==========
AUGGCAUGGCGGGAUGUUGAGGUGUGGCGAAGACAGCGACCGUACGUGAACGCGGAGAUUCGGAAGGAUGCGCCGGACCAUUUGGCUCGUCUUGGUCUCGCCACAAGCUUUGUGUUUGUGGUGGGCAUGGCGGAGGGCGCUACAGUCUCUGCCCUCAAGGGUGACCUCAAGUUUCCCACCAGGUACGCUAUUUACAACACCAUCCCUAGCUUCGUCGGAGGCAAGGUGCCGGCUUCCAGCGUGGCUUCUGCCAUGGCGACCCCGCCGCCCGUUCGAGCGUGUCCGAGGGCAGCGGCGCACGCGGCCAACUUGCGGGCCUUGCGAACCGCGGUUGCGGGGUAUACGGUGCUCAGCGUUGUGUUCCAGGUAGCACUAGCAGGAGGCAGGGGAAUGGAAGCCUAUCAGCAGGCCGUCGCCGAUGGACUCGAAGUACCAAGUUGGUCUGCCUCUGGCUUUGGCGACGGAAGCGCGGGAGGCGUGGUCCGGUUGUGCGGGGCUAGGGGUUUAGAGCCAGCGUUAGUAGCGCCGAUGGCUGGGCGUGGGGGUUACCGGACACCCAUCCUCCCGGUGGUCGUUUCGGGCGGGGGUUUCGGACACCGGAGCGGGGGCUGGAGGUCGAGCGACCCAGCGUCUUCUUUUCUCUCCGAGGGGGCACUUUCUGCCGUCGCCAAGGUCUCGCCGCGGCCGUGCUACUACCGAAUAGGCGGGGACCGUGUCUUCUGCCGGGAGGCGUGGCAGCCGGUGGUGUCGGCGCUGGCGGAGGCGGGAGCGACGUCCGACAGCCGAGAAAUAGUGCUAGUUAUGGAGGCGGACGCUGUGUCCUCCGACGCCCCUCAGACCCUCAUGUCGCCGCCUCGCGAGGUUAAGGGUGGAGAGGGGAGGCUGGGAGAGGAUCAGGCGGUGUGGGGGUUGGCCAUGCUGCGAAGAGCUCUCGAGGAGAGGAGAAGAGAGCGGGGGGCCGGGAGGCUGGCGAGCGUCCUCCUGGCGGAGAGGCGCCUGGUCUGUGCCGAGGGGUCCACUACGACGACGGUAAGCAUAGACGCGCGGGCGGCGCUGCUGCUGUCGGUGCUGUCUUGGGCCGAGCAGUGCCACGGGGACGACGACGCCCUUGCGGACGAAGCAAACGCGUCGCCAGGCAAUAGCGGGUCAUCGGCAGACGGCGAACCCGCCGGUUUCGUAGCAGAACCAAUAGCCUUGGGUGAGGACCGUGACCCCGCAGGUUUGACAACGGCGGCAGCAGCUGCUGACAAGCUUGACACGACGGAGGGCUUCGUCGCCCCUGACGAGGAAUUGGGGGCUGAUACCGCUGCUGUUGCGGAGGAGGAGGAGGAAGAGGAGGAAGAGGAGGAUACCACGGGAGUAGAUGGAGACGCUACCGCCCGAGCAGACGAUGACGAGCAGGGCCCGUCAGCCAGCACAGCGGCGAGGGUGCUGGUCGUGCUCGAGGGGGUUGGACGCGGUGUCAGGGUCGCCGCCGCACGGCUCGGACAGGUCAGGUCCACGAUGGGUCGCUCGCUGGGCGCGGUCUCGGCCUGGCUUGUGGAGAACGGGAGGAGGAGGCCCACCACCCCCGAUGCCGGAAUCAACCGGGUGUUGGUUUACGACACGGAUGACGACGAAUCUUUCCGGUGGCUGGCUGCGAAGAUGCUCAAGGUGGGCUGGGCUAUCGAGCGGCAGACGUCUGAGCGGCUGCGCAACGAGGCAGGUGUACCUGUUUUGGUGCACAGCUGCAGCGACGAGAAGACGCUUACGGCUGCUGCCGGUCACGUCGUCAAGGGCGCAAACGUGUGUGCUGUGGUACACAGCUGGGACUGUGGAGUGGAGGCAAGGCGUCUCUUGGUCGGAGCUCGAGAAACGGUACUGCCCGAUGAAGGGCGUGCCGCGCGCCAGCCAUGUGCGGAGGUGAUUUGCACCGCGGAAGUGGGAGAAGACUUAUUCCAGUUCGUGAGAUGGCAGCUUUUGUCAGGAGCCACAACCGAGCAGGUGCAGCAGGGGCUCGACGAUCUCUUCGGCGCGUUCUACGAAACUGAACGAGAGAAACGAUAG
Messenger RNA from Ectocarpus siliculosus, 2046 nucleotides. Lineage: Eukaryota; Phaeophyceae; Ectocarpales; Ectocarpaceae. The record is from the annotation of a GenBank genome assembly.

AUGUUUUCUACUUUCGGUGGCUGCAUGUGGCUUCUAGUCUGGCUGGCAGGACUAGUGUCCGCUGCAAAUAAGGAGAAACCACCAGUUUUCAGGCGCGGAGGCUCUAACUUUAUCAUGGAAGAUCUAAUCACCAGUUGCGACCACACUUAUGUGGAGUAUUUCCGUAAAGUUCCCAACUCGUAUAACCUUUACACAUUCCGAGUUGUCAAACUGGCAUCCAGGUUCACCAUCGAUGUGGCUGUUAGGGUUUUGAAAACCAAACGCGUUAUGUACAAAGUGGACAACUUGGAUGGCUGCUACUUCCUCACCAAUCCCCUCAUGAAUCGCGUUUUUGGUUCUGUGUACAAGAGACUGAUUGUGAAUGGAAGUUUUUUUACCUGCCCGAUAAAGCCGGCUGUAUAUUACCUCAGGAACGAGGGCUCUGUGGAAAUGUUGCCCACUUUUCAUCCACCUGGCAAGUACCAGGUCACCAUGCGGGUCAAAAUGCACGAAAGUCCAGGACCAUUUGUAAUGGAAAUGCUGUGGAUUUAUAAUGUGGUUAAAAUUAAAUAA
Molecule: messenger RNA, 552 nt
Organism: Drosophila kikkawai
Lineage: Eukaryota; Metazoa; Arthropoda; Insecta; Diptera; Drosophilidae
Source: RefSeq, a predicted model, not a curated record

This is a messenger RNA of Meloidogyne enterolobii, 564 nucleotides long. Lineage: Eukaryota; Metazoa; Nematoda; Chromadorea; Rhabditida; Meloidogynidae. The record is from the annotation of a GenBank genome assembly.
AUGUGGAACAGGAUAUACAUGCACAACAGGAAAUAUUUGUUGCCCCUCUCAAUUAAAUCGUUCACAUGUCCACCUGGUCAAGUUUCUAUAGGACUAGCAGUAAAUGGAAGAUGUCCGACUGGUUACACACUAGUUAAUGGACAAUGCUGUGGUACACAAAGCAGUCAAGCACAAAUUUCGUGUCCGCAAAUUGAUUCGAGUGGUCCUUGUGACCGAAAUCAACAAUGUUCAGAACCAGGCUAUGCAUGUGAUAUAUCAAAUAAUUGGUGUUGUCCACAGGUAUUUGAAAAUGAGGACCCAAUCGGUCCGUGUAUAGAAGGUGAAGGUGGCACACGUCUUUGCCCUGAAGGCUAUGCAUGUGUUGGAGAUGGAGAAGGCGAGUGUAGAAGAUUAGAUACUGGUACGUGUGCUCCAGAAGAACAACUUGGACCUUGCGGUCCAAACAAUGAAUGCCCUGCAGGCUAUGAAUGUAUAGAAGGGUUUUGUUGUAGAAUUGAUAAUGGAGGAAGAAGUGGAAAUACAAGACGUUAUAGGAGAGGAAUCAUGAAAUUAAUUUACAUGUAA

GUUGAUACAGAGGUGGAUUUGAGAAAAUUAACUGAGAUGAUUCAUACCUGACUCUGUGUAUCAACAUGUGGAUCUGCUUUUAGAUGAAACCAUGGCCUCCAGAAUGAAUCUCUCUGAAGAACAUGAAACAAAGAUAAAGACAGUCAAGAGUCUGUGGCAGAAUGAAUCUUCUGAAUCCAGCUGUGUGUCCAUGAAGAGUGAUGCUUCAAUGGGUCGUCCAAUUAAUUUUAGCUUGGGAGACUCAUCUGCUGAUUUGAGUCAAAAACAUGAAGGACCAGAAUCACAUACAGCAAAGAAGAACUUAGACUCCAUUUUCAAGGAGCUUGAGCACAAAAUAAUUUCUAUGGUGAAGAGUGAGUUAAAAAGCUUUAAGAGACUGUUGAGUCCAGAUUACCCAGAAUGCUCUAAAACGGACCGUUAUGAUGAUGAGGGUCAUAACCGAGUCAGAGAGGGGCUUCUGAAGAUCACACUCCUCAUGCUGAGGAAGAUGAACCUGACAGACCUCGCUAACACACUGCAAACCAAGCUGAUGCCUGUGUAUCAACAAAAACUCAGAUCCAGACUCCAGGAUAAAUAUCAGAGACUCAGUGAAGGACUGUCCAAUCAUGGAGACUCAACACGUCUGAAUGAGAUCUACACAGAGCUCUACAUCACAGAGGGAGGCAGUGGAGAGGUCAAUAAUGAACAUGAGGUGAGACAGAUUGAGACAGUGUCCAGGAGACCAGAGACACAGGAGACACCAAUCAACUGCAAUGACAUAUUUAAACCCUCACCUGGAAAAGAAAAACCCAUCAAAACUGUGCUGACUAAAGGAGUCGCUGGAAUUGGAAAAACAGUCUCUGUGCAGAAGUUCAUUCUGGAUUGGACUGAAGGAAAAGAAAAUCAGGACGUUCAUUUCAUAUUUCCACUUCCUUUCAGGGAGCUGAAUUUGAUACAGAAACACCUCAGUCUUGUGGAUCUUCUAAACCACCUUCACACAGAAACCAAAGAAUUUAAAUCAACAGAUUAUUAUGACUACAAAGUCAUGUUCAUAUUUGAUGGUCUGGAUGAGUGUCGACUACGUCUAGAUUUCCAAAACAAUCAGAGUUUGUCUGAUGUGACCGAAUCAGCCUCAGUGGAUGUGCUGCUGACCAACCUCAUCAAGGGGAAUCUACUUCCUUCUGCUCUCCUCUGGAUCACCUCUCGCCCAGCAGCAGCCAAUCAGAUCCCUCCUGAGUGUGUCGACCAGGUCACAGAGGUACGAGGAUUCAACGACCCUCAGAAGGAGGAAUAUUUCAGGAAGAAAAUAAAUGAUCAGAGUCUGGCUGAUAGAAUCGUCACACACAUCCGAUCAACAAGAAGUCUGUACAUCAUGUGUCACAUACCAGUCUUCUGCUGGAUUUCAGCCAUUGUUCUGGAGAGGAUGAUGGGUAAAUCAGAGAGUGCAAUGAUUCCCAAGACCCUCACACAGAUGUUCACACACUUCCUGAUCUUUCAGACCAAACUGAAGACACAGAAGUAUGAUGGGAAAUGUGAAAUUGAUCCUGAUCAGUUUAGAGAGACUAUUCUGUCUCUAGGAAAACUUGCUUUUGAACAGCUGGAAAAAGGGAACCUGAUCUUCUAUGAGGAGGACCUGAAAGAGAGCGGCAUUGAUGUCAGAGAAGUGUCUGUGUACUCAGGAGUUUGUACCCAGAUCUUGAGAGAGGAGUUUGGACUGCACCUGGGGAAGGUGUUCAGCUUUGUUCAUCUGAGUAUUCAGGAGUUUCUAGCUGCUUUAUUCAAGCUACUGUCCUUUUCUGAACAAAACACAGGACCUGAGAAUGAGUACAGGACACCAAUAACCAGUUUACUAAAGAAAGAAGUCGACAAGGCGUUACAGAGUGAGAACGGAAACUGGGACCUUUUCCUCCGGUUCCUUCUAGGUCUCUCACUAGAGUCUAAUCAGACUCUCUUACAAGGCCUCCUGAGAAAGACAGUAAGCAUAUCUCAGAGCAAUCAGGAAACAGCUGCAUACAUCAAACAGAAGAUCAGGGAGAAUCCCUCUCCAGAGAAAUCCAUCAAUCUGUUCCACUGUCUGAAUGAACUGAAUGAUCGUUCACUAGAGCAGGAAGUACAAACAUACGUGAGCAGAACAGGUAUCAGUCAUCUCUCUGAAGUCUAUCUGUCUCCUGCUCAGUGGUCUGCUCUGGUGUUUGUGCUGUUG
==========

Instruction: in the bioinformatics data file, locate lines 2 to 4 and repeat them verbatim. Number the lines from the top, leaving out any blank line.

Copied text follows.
Messenger RNA from Ectocarpus siliculosus, 2046 nucleotides. Lineage: Eukaryota; Phaeophyceae; Ectocarpales; Ectocarpaceae. The record is from the annotation of a GenBank genome assembly.

AUGUUUUCUACUUUCGGUGGCUGCAUGUGGCUUCUAGUCUGGCUGGCAGGACUAGUGUCCGCUGCAAAUAAGGAGAAACCACCAGUUUUCAGGCGCGGAGGCUCUAACUUUAUCAUGGAAGAUCUAAUCACCAGUUGCGACCACACUUAUGUGGAGUAUUUCCGUAAAGUUCCCAACUCGUAUAACCUUUACACAUUCCGAGUUGUCAAACUGGCAUCCAGGUUCACCAUCGAUGUGGCUGUUAGGGUUUUGAAAACCAAACGCGUUAUGUACAAAGUGGACAACUUGGAUGGCUGCUACUUCCUCACCAAUCCCCUCAUGAAUCGCGUUUUUGGUUCUGUGUACAAGAGACUGAUUGUGAAUGGAAGUUUUUUUACCUGCCCGAUAAAGCCGGCUGUAUAUUACCUCAGGAACGAGGGCUCUGUGGAAAUGUUGCCCACUUUUCAUCCACCUGGCAAGUACCAGGUCACCAUGCGGGUCAAAAUGCACGAAAGUCCAGGACCAUUUGUAAUGGAAAUGCUGUGGAUUUAUAAUGUGGUUAAAAUUAAAUAA
Molecule: messenger RNA, 552 nt